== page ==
Methods for the analysis of low-Z plasma facing surfaces in magnetic fusion applications

    No full text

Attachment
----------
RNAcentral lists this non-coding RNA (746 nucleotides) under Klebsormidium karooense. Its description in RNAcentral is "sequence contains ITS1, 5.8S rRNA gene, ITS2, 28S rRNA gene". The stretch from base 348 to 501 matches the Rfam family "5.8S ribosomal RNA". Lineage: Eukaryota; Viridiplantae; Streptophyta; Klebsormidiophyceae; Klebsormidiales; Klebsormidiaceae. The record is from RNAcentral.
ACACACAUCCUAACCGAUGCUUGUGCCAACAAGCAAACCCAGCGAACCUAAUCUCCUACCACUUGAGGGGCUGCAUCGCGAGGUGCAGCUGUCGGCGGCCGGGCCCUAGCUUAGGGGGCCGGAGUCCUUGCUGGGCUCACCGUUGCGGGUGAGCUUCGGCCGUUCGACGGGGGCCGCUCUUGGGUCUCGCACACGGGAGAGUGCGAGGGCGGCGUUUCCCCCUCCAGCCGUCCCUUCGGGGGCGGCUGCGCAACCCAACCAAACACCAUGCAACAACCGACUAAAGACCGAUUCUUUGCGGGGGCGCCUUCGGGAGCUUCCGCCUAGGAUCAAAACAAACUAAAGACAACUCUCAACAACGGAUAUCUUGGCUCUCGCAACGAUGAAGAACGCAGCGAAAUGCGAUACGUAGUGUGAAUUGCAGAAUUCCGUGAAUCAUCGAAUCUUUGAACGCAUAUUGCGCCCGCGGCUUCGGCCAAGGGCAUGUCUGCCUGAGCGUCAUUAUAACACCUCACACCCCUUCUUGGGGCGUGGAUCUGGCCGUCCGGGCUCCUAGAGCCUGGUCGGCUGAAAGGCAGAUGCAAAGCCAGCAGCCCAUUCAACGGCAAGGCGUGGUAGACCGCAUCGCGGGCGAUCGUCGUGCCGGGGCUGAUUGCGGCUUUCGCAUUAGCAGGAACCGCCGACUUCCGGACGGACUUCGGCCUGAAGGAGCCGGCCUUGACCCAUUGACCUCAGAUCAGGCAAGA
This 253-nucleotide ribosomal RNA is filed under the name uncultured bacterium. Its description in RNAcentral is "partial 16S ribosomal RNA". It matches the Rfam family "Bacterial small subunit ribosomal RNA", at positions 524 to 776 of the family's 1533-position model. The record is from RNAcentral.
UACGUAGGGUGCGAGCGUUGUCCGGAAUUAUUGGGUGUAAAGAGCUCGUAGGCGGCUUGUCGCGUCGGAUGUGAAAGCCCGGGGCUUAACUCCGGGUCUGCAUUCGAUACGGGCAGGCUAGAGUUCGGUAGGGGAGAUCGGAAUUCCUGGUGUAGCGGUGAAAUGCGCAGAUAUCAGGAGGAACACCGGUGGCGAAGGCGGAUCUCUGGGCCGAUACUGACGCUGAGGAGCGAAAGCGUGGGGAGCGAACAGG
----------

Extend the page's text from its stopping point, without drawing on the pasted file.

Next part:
A number of advances in the design and operating performance of magnetic fusion devices have been made in recent decades. While the optimization of reactor components and magnetic topologies have led to considerable improvements in plasma density, temperature, and confinement time, research also suggests that materials selection in plasma-facing components (PFCs) can also have a substantial impact on plasma performance. Within the plasma-material interaction (PMI) community, the application of low-Z materials on wall components is of particular interest. In order to better understand the behavior of various low-Z systems, two PFC studies are described herein. The goals of these studies were to: (1) better understand material migration in boronized graphite wall tiles via the ex-vessel characterization of the B-O-C layer in exposed graphite samples, and (2) explore issues relating to the impacts of handling and processing on a liquid phase Sn-Li binary alloy. The National Spherical Torus Experiment Upgrade (NSTX-U) has been used to investigate the effect of wall tile surface conditioning on plasma performance during operation. Previous campaigns have demonstrated the enhanced suppression of edge-localized modes (ELMs) and reduced divertor recycling when wall tile conditioning via boronization was performed, and high confinement (H-mode) operating conditions were routinely achieved during operation after conditioning. In order to better understand the impact of surface conditioning and subsequent plasma exposure on wall materials, cored sample of the exposed NSTX-U wall tiles were obtained and their surface chemistry was analyzed. The boronized NSTX-U samples were analyzed using X-ray photoelectron spectroscopy (XPS), time-of-flight secondary ion mass spectrometry (TOF-SIMS), and Rutherford backscattering spectrometry (RBS). In addition, variations in surface morphology in each tile were mapped using a 3D laser scanning confocal microscope. Similar to the pure low-Z coatings used in the NSTX-U device, tin-lithium is a low melting-point eutectic that has been identified as a material with favorable performance in plasma material interaction (PMI) studies. The Sn-Li eutectic is a more stable alternative to pure lithium that provides a lower rate of evaporative flux due to the presence of tin while experiencing the bulk segregation of lithium to the surface of the material in the liquid phase. This surface segregation prevents the high-Z tin from entering the plasma. While the alloy is of considerable interest to the PMI community, few studies have directly documented the presence of a pure lithium surface in a tin-lithium melt. In order to expand the existing body of knowledge in this area, samples of an 80% Sn‚ÄĒ20% Li eutectic were pre-cast and subsequently melted and analyzed in the Angle-Resolved Ion Energy Spectrometer (ARIES) at Sandia National Laboratories.U of I OnlyAuthor requested U of Illinois access only (OA after 2yrs) in Vireo ETD syste